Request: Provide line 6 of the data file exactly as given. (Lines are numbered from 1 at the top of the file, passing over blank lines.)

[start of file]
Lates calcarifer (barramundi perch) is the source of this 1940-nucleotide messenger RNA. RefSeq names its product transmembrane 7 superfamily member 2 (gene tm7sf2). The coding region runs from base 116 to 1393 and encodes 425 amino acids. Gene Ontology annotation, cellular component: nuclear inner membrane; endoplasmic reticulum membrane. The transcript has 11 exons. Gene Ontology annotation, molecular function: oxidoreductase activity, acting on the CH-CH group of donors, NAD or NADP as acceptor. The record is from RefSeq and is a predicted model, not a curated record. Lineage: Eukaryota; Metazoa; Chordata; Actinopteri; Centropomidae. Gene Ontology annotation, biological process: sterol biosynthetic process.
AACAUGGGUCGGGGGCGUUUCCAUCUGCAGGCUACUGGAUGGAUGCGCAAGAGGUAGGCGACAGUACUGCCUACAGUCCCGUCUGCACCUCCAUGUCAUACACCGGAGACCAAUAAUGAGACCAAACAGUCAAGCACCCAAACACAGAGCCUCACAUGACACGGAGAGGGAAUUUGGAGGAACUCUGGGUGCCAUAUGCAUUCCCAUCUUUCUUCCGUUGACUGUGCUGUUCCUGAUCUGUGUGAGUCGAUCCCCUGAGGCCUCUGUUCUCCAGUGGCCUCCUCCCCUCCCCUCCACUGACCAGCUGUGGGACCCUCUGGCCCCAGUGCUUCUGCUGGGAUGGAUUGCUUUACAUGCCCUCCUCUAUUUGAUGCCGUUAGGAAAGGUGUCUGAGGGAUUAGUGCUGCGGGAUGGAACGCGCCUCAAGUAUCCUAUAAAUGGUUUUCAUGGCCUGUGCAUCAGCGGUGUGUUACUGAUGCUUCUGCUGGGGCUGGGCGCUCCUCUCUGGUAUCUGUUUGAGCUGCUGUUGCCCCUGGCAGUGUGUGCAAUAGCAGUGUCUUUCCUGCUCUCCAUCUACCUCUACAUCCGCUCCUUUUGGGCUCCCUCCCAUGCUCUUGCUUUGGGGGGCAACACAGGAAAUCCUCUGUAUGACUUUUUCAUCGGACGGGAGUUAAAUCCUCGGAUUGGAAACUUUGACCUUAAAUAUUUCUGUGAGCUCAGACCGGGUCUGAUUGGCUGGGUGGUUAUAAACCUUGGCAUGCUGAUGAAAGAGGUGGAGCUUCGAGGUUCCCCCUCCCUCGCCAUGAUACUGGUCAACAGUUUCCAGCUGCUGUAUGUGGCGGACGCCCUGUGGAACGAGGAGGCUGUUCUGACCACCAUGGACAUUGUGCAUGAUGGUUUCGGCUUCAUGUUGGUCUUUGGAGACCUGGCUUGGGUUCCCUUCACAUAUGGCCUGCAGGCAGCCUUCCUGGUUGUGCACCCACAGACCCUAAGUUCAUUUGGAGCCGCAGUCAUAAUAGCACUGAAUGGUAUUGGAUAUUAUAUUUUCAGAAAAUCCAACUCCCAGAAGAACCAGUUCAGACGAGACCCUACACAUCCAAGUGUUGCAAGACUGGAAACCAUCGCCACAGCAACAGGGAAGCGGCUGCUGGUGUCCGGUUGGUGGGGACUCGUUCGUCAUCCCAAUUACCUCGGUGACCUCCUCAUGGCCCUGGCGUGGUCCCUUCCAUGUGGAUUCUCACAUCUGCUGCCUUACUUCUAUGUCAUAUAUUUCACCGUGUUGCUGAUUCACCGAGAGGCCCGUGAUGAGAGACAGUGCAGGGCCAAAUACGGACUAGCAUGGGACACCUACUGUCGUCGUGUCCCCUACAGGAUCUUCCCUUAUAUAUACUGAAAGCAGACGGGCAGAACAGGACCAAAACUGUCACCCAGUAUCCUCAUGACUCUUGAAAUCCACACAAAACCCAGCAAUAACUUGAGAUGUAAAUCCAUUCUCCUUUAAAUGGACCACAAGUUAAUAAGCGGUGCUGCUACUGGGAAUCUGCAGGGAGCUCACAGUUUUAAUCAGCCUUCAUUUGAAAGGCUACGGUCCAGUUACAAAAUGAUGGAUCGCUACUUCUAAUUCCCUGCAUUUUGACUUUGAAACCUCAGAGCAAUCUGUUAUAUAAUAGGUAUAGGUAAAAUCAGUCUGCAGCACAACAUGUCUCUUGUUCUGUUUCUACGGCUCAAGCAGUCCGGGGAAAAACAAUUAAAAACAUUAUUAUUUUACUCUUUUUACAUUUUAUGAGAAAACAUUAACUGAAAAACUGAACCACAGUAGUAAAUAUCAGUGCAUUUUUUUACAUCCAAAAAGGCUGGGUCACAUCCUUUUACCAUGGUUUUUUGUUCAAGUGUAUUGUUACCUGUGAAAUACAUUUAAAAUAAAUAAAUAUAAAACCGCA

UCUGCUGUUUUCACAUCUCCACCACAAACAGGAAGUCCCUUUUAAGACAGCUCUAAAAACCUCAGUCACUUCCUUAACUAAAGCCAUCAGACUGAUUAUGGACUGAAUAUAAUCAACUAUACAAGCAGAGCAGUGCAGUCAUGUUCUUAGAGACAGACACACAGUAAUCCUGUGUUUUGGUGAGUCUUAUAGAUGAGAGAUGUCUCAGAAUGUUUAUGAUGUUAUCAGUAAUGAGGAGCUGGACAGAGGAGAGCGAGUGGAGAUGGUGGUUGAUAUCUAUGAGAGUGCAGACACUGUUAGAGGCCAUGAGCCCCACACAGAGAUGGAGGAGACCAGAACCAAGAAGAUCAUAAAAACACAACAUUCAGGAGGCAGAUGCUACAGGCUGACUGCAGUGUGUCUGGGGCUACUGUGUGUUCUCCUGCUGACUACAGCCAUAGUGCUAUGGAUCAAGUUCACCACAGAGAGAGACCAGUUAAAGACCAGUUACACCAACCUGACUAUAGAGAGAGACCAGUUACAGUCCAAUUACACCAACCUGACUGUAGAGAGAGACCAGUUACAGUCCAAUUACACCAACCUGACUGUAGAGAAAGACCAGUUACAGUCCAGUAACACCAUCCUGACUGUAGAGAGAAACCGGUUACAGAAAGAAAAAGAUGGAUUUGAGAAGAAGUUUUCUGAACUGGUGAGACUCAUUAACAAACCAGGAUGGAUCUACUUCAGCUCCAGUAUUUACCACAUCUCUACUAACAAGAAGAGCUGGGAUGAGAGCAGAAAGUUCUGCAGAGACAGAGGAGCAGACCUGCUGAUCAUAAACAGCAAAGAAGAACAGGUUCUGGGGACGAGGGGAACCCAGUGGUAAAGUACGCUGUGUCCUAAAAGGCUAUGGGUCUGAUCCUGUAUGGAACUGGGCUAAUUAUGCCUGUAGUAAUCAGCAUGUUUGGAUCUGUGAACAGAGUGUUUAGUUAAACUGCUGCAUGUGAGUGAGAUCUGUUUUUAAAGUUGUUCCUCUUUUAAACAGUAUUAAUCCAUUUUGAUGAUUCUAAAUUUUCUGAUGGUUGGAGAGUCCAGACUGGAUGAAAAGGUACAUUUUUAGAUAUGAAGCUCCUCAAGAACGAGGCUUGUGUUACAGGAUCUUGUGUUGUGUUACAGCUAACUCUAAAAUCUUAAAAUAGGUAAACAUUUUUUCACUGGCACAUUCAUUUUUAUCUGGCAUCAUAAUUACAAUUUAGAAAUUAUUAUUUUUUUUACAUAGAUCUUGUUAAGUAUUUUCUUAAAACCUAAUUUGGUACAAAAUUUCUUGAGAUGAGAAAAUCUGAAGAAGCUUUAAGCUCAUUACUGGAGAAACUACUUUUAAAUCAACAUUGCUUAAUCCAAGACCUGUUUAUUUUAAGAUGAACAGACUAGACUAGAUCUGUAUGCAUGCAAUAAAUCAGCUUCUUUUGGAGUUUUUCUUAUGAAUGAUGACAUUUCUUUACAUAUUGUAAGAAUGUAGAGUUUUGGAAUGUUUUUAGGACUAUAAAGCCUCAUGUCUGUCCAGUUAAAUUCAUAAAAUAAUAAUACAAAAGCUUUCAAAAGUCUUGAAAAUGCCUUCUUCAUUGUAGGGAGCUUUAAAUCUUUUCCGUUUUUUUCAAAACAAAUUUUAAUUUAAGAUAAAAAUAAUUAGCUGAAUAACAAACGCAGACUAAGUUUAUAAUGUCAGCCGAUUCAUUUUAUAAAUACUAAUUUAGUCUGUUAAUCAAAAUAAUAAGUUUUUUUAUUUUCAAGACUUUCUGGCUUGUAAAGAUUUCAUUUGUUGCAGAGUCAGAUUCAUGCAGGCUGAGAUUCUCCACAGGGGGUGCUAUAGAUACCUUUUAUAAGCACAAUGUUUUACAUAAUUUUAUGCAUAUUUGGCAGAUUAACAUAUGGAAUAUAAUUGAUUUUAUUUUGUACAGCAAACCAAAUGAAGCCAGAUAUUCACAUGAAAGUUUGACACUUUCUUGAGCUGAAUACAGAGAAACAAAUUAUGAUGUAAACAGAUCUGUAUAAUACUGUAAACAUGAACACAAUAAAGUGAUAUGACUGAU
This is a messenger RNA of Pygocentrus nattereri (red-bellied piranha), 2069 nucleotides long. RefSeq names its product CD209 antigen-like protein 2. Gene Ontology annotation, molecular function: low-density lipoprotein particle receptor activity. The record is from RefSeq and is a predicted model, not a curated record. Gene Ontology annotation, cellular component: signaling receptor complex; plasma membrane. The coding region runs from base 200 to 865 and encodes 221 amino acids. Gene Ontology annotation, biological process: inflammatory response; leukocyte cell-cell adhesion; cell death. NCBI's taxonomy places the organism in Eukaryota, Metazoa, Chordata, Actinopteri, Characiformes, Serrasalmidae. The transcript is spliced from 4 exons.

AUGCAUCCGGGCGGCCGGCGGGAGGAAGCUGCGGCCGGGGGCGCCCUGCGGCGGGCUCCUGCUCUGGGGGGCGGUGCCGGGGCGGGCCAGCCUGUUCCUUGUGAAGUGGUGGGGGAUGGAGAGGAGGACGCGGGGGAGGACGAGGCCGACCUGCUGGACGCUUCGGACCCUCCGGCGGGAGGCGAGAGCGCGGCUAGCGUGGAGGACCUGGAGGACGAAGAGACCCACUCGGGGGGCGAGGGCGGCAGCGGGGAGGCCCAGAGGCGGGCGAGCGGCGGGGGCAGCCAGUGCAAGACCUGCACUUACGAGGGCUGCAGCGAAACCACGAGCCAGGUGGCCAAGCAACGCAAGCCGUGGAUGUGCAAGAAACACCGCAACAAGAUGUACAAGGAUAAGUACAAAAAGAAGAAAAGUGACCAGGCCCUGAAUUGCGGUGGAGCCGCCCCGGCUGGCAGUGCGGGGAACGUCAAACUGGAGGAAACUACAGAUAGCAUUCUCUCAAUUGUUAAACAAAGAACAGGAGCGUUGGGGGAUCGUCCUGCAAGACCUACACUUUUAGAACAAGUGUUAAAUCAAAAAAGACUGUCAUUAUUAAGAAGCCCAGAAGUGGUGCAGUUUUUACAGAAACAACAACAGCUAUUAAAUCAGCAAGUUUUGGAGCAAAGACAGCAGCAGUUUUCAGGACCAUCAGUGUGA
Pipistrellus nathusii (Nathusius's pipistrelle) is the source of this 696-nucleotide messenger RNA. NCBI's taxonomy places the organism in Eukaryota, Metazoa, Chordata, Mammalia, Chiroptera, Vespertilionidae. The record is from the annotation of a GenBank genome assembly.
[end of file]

Pipistrellus nathusii (Nathusius's pipistrelle) is the source of this 696-nucleotide messenger RNA. NCBI's taxonomy places the organism in Eukaryota, Metazoa, Chordata, Mammalia, Chiroptera, Vespertilionidae. The record is from the annotation of a GenBank genome assembly.